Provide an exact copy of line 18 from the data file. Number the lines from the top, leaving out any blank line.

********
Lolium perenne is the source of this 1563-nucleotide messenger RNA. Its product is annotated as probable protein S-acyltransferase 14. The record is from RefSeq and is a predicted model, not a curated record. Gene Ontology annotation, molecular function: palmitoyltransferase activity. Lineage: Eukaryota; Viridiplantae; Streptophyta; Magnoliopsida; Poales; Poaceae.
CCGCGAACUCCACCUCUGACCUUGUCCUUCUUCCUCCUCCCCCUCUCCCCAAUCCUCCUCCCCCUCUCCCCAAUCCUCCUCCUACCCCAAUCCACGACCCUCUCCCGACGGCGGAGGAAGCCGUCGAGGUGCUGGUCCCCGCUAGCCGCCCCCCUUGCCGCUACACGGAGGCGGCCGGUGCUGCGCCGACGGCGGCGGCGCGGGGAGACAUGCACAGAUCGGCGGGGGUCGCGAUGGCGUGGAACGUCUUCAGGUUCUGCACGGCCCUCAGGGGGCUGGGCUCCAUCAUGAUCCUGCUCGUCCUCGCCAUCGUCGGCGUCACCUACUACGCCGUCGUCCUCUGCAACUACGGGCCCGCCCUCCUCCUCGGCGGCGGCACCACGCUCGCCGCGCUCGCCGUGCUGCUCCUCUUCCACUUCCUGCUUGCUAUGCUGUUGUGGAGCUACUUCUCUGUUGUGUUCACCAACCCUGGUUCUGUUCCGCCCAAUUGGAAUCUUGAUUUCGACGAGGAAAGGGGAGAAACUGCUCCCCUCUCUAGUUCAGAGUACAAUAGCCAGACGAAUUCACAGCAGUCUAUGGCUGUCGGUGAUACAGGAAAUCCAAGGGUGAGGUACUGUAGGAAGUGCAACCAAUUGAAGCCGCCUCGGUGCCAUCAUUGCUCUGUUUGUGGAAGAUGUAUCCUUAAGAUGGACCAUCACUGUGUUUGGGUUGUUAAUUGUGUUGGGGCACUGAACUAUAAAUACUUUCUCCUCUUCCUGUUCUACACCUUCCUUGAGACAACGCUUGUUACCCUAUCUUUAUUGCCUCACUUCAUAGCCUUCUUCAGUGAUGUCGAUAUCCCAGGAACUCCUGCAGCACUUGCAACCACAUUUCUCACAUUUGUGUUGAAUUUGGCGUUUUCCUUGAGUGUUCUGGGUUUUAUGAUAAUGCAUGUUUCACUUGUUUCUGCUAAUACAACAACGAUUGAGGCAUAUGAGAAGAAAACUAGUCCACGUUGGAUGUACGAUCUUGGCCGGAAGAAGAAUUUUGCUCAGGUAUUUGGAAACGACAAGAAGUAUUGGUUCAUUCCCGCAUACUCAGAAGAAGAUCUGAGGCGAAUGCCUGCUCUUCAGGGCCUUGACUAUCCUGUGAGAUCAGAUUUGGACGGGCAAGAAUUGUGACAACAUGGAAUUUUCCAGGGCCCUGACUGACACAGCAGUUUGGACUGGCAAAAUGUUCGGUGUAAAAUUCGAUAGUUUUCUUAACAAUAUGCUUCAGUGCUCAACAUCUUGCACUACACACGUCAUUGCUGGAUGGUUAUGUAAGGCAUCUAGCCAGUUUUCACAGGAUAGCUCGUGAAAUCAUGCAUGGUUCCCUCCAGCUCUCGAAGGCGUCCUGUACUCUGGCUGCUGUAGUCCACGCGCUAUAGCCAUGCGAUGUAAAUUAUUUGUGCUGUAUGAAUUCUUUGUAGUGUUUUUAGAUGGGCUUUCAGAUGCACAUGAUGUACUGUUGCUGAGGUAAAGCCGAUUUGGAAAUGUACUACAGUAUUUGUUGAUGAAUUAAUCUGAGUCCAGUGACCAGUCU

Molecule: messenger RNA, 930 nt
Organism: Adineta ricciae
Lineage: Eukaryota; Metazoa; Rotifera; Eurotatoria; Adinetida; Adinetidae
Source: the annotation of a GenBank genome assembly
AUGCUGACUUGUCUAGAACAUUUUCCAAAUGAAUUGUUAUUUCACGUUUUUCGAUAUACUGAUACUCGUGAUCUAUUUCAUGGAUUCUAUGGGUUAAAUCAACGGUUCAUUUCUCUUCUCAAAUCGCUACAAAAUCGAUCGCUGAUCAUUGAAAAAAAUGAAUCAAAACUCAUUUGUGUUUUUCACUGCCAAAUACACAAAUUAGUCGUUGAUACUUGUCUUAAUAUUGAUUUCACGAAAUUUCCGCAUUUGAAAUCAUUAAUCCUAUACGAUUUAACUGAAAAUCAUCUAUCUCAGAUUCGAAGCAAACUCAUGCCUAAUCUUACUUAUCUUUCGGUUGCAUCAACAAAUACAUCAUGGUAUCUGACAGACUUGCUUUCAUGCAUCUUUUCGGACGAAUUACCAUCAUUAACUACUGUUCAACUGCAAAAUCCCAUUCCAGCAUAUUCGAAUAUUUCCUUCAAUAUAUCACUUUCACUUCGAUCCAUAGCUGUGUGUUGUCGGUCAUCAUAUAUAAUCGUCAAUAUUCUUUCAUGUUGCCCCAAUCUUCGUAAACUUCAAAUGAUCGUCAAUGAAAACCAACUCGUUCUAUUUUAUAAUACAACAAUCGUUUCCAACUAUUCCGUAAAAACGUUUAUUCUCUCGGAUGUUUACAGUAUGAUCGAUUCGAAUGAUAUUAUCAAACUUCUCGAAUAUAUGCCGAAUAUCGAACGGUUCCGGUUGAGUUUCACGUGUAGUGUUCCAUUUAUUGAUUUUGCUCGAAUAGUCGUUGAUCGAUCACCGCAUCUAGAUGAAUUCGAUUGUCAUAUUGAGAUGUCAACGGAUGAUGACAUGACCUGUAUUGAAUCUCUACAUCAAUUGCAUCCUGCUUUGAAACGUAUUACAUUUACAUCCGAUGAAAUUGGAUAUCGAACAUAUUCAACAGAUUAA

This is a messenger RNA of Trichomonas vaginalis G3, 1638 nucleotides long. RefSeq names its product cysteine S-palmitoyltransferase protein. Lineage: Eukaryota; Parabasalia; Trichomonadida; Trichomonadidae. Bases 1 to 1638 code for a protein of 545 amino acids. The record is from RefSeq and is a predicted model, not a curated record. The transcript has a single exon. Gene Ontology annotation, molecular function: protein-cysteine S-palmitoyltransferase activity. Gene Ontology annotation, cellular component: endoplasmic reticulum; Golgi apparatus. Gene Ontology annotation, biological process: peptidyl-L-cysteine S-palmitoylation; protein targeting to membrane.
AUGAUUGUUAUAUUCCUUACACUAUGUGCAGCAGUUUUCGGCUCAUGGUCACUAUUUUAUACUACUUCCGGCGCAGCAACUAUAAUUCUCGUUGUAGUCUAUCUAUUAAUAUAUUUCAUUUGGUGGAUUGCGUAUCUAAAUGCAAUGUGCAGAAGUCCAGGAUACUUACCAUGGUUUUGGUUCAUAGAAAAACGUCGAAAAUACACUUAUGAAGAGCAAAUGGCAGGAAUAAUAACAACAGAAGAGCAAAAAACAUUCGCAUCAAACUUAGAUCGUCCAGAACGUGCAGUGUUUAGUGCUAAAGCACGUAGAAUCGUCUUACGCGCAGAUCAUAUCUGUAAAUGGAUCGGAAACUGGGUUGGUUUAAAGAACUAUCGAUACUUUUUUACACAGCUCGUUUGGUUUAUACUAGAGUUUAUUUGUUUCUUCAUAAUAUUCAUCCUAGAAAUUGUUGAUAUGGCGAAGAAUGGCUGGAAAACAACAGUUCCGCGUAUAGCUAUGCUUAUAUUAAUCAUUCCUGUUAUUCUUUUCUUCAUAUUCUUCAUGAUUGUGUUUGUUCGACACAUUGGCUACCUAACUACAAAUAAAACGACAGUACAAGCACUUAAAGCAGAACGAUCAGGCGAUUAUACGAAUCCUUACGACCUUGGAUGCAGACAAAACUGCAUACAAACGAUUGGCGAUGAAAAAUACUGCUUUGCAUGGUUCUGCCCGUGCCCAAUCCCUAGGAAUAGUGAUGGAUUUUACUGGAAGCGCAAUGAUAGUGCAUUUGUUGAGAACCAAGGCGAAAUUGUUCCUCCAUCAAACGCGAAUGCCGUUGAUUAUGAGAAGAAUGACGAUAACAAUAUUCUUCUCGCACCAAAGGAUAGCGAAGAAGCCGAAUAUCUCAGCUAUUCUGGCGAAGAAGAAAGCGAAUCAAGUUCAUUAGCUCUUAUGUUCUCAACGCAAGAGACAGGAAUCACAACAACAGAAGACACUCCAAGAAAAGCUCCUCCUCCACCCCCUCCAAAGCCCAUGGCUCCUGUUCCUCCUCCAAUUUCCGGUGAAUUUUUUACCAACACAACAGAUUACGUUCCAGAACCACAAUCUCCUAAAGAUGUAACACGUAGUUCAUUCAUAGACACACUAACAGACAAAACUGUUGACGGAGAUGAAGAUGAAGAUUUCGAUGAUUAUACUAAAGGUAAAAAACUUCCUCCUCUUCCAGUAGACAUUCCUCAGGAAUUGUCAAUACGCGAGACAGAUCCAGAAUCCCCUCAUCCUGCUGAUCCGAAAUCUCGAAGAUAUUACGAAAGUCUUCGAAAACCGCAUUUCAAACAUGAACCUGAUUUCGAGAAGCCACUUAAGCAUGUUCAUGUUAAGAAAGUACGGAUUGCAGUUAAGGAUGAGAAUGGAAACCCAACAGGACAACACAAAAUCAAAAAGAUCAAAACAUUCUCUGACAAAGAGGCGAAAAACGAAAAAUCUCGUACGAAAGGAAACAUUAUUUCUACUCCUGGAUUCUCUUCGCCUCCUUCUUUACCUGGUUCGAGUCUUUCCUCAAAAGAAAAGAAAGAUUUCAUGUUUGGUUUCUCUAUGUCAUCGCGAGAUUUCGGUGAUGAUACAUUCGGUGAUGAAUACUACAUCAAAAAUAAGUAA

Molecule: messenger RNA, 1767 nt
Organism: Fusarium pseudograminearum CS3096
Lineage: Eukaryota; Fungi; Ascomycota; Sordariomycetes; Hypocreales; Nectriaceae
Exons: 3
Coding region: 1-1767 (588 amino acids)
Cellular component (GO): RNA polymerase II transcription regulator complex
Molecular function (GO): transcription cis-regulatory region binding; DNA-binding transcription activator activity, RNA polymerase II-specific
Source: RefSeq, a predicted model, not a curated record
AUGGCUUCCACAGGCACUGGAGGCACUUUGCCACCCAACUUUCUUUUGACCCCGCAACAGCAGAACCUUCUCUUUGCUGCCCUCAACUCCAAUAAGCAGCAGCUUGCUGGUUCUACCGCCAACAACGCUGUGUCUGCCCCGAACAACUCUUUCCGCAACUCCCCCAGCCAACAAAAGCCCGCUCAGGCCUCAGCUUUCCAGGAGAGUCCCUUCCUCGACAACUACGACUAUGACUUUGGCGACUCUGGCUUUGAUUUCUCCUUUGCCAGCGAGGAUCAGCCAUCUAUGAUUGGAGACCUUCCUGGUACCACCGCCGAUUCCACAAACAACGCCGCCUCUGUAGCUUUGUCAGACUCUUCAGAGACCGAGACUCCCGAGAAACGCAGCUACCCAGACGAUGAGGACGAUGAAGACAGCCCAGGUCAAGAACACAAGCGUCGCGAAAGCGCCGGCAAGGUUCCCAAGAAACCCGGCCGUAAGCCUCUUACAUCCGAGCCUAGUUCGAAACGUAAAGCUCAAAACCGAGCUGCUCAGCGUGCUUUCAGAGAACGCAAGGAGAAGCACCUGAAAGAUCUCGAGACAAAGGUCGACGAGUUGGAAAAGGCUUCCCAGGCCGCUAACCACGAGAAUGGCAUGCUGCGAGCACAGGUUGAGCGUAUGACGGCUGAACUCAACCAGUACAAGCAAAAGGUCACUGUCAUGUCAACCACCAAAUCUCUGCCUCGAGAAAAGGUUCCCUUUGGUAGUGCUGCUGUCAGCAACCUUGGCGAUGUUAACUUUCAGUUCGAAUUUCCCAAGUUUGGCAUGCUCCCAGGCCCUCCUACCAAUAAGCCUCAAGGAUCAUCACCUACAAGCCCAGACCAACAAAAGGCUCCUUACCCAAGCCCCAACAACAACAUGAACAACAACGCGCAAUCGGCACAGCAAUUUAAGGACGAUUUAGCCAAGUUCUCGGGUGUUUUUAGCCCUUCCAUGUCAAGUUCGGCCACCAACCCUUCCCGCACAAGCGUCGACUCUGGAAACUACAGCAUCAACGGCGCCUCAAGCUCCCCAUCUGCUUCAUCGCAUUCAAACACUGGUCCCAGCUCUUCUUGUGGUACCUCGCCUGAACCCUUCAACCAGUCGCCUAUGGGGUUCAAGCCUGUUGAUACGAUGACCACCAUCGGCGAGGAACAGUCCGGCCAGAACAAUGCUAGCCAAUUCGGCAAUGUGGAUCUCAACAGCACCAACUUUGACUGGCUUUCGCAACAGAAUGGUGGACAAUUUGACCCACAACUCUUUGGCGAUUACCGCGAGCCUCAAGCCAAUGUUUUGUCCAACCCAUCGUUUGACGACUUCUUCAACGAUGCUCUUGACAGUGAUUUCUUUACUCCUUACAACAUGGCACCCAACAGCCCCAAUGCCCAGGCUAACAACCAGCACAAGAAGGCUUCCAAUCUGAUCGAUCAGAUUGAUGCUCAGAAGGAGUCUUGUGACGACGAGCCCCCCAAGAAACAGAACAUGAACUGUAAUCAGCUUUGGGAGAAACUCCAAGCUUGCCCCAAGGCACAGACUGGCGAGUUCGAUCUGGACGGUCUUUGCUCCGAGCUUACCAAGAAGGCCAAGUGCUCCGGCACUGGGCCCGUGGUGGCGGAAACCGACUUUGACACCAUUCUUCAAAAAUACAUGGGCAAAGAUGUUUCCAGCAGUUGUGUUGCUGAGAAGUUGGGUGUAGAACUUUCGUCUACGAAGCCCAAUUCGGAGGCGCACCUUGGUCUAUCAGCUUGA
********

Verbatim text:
AUGGCUUCCACAGGCACUGGAGGCACUUUGCCACCCAACUUUCUUUUGACCCCGCAACAGCAGAACCUUCUCUUUGCUGCCCUCAACUCCAAUAAGCAGCAGCUUGCUGGUUCUACCGCCAACAACGCUGUGUCUGCCCCGAACAACUCUUUCCGCAACUCCCCCAGCCAACAAAAGCCCGCUCAGGCCUCAGCUUUCCAGGAGAGUCCCUUCCUCGACAACUACGACUAUGACUUUGGCGACUCUGGCUUUGAUUUCUCCUUUGCCAGCGAGGAUCAGCCAUCUAUGAUUGGAGACCUUCCUGGUACCACCGCCGAUUCCACAAACAACGCCGCCUCUGUAGCUUUGUCAGACUCUUCAGAGACCGAGACUCCCGAGAAACGCAGCUACCCAGACGAUGAGGACGAUGAAGACAGCCCAGGUCAAGAACACAAGCGUCGCGAAAGCGCCGGCAAGGUUCCCAAGAAACCCGGCCGUAAGCCUCUUACAUCCGAGCCUAGUUCGAAACGUAAAGCUCAAAACCGAGCUGCUCAGCGUGCUUUCAGAGAACGCAAGGAGAAGCACCUGAAAGAUCUCGAGACAAAGGUCGACGAGUUGGAAAAGGCUUCCCAGGCCGCUAACCACGAGAAUGGCAUGCUGCGAGCACAGGUUGAGCGUAUGACGGCUGAACUCAACCAGUACAAGCAAAAGGUCACUGUCAUGUCAACCACCAAAUCUCUGCCUCGAGAAAAGGUUCCCUUUGGUAGUGCUGCUGUCAGCAACCUUGGCGAUGUUAACUUUCAGUUCGAAUUUCCCAAGUUUGGCAUGCUCCCAGGCCCUCCUACCAAUAAGCCUCAAGGAUCAUCACCUACAAGCCCAGACCAACAAAAGGCUCCUUACCCAAGCCCCAACAACAACAUGAACAACAACGCGCAAUCGGCACAGCAAUUUAAGGACGAUUUAGCCAAGUUCUCGGGUGUUUUUAGCCCUUCCAUGUCAAGUUCGGCCACCAACCCUUCCCGCACAAGCGUCGACUCUGGAAACUACAGCAUCAACGGCGCCUCAAGCUCCCCAUCUGCUUCAUCGCAUUCAAACACUGGUCCCAGCUCUUCUUGUGGUACCUCGCCUGAACCCUUCAACCAGUCGCCUAUGGGGUUCAAGCCUGUUGAUACGAUGACCACCAUCGGCGAGGAACAGUCCGGCCAGAACAAUGCUAGCCAAUUCGGCAAUGUGGAUCUCAACAGCACCAACUUUGACUGGCUUUCGCAACAGAAUGGUGGACAAUUUGACCCACAACUCUUUGGCGAUUACCGCGAGCCUCAAGCCAAUGUUUUGUCCAACCCAUCGUUUGACGACUUCUUCAACGAUGCUCUUGACAGUGAUUUCUUUACUCCUUACAACAUGGCACCCAACAGCCCCAAUGCCCAGGCUAACAACCAGCACAAGAAGGCUUCCAAUCUGAUCGAUCAGAUUGAUGCUCAGAAGGAGUCUUGUGACGACGAGCCCCCCAAGAAACAGAACAUGAACUGUAAUCAGCUUUGGGAGAAACUCCAAGCUUGCCCCAAGGCACAGACUGGCGAGUUCGAUCUGGACGGUCUUUGCUCCGAGCUUACCAAGAAGGCCAAGUGCUCCGGCACUGGGCCCGUGGUGGCGGAAACCGACUUUGACACCAUUCUUCAAAAAUACAUGGGCAAAGAUGUUUCCAGCAGUUGUGUUGCUGAGAAGUUGGGUGUAGAACUUUCGUCUACGAAGCCCAAUUCGGAGGCGCACCUUGGUCUAUCAGCUUGA